People generally get diagnosed with Breast Cancer once they report it after symptoms start appearing. However, sometimes a cancer may start spreading before any discernible external symptoms show up. As such, Breast Cancer screening is a preemptive procedure used to detect cancer at an early stage before a person even has any symptoms. The earlier that the cancer is detected, the easier it is to treat. One of the common methods of Breast Cancer Screening is through a Mammogram.
What is a Mammogram?
A mammogram refers to an X-Ray picture of the breast, and it’s used by Doctors to detect Breast Cancer before the symptoms even appear. Sometimes a Mammogram may detect Breast Cancer up to 3 years before the symptoms show up. The two main types of Mammogram are:
• Screening Mammogram: In this, X-Rays of the breast are taken from 2 separate angles and it is done before any symptoms can be seen.
• Diagnostic Mammogram: This follows the Screening Mammogram, once suspicious signs can be noticed. This involves taking X-Rays of the breast from various different angles to get a clearer idea of the supposed signs of cancer.
Are there any risks to having a Mammogram?
Many women worry about the radiation they are exposed to under a Mammogram. However, the amount of radiation used in modern Mammography is slight, even less than an X-Ray. However, the only risks you need to be concerned with are the ones due to its imperfections such as:
• False Negative: This is when breast cancer is hidden by regular breast tissues, and thus may go undetected.
• False Positive: This is when a supposed abnormality is found in the breast and interpreted as a sign of Cancer. This causes a “false alarm”, which causes stress and worry, but also leads to several other tests, imaging, and follow-up visits.
Due to these imperfections, it is often recommended to get a Mammogram in combination with other forms of imaging, such as an MRI or an Ultrasound.
Why is breast screening important?
Screening is designed so that very early signs even slight abnormalities can be detected early. This is because sometimes a breast cancer may develop and go undetected until it is too late and it has already spread considerably. As such, Screening helps detect any signs of cancer while they are still in the early stage and thus can easily be treated.
Advantages and Disadvantages of Breast Screening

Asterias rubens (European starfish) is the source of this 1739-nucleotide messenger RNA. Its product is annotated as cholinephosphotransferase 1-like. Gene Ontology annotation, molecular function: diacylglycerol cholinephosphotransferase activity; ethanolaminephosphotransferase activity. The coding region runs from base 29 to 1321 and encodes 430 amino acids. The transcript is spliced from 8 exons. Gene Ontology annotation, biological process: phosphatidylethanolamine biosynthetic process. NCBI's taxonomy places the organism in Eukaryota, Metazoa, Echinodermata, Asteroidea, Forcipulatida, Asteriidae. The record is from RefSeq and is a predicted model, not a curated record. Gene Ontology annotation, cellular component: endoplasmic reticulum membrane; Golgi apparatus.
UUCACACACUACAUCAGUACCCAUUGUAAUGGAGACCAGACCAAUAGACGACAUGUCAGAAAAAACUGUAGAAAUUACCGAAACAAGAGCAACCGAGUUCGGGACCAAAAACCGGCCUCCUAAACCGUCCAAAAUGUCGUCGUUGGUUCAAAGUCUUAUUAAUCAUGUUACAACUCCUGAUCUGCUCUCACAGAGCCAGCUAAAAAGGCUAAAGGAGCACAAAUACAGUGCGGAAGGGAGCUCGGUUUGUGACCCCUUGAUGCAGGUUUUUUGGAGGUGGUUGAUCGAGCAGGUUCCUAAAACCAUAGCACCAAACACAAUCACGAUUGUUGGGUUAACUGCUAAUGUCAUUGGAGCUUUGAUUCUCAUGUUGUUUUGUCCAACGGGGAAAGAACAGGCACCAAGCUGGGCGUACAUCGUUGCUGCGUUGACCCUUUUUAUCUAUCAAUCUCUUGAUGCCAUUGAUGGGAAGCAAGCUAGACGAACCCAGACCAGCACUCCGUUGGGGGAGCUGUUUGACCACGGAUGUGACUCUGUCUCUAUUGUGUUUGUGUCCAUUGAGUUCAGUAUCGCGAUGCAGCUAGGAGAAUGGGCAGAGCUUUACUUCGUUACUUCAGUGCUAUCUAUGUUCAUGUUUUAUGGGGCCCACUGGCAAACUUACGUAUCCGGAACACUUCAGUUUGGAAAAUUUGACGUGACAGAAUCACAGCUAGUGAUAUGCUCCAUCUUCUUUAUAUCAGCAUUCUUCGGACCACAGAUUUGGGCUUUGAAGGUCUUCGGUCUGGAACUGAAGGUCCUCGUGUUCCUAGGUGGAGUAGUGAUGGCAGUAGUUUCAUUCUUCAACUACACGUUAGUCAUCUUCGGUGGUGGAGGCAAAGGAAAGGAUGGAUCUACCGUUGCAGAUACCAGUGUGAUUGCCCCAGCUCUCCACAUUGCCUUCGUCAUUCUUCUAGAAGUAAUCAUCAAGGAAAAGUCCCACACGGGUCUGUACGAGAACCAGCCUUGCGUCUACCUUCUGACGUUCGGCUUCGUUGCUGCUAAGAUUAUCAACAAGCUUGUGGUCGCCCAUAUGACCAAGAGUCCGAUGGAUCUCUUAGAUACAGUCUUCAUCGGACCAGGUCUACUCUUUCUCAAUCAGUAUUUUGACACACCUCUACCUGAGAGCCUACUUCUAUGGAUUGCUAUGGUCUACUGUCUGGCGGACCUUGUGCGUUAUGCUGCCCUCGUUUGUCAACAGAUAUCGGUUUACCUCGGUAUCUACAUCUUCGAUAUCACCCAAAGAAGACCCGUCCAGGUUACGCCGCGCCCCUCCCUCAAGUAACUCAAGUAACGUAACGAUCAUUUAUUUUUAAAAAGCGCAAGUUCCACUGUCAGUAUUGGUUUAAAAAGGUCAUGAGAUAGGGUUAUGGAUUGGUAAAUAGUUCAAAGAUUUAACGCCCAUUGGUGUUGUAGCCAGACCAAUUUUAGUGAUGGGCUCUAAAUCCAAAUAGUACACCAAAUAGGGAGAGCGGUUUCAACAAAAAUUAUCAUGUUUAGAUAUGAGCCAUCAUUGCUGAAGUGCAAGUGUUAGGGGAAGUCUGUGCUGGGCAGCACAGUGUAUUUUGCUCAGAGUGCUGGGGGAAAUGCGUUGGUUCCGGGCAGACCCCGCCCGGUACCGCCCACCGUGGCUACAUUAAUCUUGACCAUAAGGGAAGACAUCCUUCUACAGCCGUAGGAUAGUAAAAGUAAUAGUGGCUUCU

• Breast Screening helps detect cancer in the earlier stages, before they can be felt or noticed externally.
• It considerably reduces the number of people who die from Breast Cancer.
• You stand a far stronger chance of survival if Breast Cancer is detected early using a Mammogram.
• If Breast Cancer is detected early using Breast Screening, you are less likely to need a Mastectomy or Chemotherapy later.
• Despite the fact that they are one of the most effective methods of detection out there, they are not 100% accurate, and the breast cancer may still go undetected.
• Even when an abnormality is found, it generally turns out to be a “false alarm”, but in the process women tend to go through several more rounds of tests and a period of anxiety while awaiting the results.
Who is offered Breast Screening?
In England, Breast Screening is currently offered to women between the ages of 50-70, though the National Health Service is in the process of getting it expanded to 47-73. You may even be invited for a Breast Screening before the age of 50 if you are more at-risk than most people either due to personal or familial history.
What happens during the breast screening process?
The screening test is carried out by female staff called Mammographers. Each of your breasts will be compressed between plates gently but firmly so as to ensure a clean X-Ray. Generally two X-Rays are taken, one from above and one from the side. The entire process should take no more than a few minutes. However, you should know that the compression might feel slightly uncomfortable, but it is necessary to produce a clear X-Ray.
How long do the results take?
After the mammogram is taken, it will be thoroughly examined for any signs of abnormalities. The results will be sent to you or your GP within 2 weeks after the screening appointment.
How to understand the breast screening results?
Statistically speaking 96 out of 100 women who go through Breast Screening receive a satisfactory result with no Cancer detected.
However, some are even called for further tests due to an abnormality. 4 out of 100 women are called for further tests, and 1 out of these four have cancer. The further tests may involve breast examinations, a diagnostic mammogram, ultrasound, or even a Biopsy. The results are generally declared within a week.
Those who have been diagnosed with cancer may be diagnosed with either Non-Invasive or Invasive cancer.
• Non-Invasive Cancer: 1 in 5 women diagnosed with cancer have Non-Invasive cancer. In this case the cancer cells may be present within the milk ducts, but they are contained and do not spread any further.
• Invasive Cancer: This accounts for 4 out of 5 cases of diagnosed Breast Cancer. This is the cancer which cannot be contained and which ‘invades’ the surrounding cells and tissues and may even spread to other parts of the body.